If you’ve had a sleepless night, think twice before hitting the buffet line, suggest the findings of a new study that found that the sleep-deprived tend eat greater portions of food.
In the study, published online in the journal Psychoneuroendocrinology this week, researchers out of Uppsala University in Sweden looked at the eating patterns of 16 normal-weight males under buffet-like conditions after they were forced to stay awake all night, and following a night of a solid eight-hour rest.
"After a night of total sleep loss, [the sleep-deprived] males chose greater portion sizes of the energy-dense foods,” said lead researcher Pleunie Hogenkamp. “Interestingly, they did so both before and after a breakfast, suggesting that sleep deprivation enhances food intake regardless of satiety."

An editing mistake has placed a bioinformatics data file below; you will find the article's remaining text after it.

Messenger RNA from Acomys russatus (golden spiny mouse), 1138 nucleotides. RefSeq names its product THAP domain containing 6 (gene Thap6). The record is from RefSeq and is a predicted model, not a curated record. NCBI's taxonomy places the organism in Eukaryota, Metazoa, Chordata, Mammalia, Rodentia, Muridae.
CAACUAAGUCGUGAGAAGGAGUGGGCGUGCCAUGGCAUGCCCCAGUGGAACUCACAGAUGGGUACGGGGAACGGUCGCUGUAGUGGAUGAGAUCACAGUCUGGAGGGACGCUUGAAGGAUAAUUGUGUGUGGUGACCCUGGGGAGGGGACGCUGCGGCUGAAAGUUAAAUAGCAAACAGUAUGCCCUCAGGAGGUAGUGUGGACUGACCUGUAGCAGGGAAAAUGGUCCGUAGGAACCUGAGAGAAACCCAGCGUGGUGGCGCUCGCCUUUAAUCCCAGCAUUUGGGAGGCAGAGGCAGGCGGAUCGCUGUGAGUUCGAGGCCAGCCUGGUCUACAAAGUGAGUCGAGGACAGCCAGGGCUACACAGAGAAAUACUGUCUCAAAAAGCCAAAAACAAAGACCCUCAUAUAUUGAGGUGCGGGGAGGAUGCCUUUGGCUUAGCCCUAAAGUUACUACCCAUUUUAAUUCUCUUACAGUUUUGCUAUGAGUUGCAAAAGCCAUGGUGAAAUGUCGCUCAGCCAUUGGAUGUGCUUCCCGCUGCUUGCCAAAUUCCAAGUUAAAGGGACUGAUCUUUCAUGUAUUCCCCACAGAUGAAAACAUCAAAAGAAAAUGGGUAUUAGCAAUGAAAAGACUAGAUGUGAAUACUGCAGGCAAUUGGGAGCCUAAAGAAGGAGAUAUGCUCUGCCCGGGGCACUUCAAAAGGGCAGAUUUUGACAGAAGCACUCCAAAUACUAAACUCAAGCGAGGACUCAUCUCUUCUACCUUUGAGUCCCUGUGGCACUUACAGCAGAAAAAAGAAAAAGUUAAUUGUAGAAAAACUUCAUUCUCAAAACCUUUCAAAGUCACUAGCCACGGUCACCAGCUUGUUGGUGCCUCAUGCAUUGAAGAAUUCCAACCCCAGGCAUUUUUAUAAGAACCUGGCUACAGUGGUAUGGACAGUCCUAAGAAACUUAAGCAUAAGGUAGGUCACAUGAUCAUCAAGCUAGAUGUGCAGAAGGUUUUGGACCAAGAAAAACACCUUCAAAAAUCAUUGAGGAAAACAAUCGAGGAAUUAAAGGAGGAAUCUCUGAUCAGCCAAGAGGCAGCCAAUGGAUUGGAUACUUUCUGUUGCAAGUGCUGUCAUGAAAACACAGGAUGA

The Swedish study builds on a steady stream of research that has shown a link between sleep-deprivation and obesity.
Another study published last year in The American Journal of Human Biology found that the sight of junk food following a sleepless night triggered the brain’s reward centers, making the foods seem more appealing and tempting.
And another study, published in the journal Sleep last year, also found that sleep deprivation and hunger differed among genders: The tendency to overeat among men, for instance, was found to be related to increased appetite, while for women it was related to reduced feelings of fullness.